In February 2014, Tim Cook, CEO, Apple, responded to a climate-change heckler at the company's annual shareholder meeting with a rebuttal in which he told investors who care only about profits to “get out of the stock.” Now Cook is putting his prodigious sums of money where his mouth is, proclaiming the “biggest, boldest, most ambitious project ever,” an $850m deal to buy power from First Solar, the biggest U.S. developer of solar farms.
The agreement will supply enough electricity to power all of Apple’s California stores, offices, headquarters and a data centre. It’s the biggest-ever solar procurement deal for a company that isn't a utility, and it nearly triples Apple’s stake in solar, according to an analysis by Bloomberg New Energy Finance. “The investment amount is enormous,” said Michel Di Capua, Head of North American research, BNEF. “This is a really big deal.”
For a bargain $850m, Apple will receive 130MW, enough to power 60,000 homes in California. The contract, due to start in mid-2015 and be completed by the end of 2016, will run for 25 years.
The agreement positions the CEO of the world’s biggest company at the centre of the global debate about climate change and the future of energy - a role Cook has increasingly embraced over the past two years. The company has been ramping up its investment in solar, with two 20MW plants completed and a third under development in North Carolina, and a 20MW plant in development in Reno, Nevada. All of Apple's data centres are now powered by renewables.
“We know that climate change is real,” Cook said. “Our view is that the time for talk has passed, and the time for action is now. We’ve shown that with what we’ve done.”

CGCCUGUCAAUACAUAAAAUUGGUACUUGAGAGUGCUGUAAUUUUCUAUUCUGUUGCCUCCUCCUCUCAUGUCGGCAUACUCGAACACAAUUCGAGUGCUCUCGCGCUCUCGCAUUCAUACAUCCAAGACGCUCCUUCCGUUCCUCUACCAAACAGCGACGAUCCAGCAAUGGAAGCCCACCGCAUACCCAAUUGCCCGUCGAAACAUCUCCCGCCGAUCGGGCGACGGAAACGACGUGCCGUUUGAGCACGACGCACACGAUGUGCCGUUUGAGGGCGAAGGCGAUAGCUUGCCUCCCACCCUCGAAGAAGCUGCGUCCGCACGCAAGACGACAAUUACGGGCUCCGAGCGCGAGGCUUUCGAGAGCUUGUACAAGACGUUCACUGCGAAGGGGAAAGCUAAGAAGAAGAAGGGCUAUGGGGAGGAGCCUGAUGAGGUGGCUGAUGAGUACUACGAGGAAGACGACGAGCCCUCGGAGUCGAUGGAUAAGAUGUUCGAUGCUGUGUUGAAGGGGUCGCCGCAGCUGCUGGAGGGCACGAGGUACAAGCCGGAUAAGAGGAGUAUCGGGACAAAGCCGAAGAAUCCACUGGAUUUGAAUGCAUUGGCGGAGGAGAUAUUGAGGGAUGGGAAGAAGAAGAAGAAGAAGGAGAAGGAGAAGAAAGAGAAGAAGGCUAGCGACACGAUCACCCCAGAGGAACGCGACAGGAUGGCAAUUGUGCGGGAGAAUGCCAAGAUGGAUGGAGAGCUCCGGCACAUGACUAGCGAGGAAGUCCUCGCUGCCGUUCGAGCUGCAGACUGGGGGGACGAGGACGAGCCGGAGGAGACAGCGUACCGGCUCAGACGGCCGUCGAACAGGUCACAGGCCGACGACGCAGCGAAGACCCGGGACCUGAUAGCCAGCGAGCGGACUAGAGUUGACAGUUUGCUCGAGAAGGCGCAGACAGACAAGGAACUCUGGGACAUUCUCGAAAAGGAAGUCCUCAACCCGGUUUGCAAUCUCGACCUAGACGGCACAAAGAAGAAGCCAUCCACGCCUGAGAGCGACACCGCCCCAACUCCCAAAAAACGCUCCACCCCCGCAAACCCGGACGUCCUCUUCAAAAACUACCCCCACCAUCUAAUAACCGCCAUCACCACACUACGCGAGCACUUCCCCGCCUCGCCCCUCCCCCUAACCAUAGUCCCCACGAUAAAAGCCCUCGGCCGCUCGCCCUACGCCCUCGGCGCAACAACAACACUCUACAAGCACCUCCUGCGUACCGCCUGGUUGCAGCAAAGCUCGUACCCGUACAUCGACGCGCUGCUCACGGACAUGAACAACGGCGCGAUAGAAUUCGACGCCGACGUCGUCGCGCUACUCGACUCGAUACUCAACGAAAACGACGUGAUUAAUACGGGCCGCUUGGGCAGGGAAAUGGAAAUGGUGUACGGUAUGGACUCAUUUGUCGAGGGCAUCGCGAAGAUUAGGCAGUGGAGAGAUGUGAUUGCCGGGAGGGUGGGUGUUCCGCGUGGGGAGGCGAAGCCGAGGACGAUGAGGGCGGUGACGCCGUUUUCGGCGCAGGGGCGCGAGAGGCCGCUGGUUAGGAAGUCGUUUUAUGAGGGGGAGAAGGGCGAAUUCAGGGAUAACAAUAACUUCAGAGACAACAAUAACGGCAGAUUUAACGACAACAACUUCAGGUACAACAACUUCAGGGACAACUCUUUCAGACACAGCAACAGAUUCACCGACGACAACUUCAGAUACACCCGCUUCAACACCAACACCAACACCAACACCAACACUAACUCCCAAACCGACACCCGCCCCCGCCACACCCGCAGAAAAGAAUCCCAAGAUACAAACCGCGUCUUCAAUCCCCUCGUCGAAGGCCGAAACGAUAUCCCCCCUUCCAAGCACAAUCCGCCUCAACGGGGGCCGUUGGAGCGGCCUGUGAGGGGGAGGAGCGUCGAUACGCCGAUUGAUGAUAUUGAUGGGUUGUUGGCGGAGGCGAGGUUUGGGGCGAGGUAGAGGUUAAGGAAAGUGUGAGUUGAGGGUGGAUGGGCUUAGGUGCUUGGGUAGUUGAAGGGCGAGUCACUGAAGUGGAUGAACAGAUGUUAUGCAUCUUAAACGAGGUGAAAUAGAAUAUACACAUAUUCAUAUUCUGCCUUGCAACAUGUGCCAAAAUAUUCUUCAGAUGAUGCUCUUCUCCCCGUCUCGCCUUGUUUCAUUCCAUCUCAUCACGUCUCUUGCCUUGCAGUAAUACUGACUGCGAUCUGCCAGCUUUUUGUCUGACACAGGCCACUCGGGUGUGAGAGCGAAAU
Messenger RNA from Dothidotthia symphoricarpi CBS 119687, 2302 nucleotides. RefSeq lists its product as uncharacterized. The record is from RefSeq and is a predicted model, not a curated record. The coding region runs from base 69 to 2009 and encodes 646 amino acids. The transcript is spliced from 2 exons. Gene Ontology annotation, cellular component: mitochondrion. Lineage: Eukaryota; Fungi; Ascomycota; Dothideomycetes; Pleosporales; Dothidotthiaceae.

Wind power has long been cheaper than solar, and such tech companies as Google, Microsoft, and Amazon have taken advantage by investing heavily in wind.
But the sun is the future. The price of solar has been declining quicker than that of wind and, by 2050, solar could be the world's biggest single source of electricity, according to the International Energy Agency. The Apple deal is the first of its size for solar, a milestone on the road to cheap, unsubsidised power from the sun.
Apple isn't investing in solar as a gift to humanity. It's doing it because it's a good business deal, Cook stressed at the Goldman Sachs conference. “We expect to have very significant savings,” he said.
As if to underline that fact, within minutes of announcing the solar deal, Apple's stock ended the trading day with a record valuation of $711Bn, making it the first U.S. company to cross the $700Bn mark. Shares of both Apple and First Solar surged.
“Apple is leading the way in addressing climate change by showing how large companies can serve their operations with 100% clean, renewable energy,” said Joe Kishkill, Chief Commercial Officer for First Solar. “Apple's commitment was instrumental in making this project possible and will significantly increase the supply of solar power in California. Over time, the renewable energy from California Flats will provide cost savings over alternative sources of energy as well as substantially lower environmental impact.”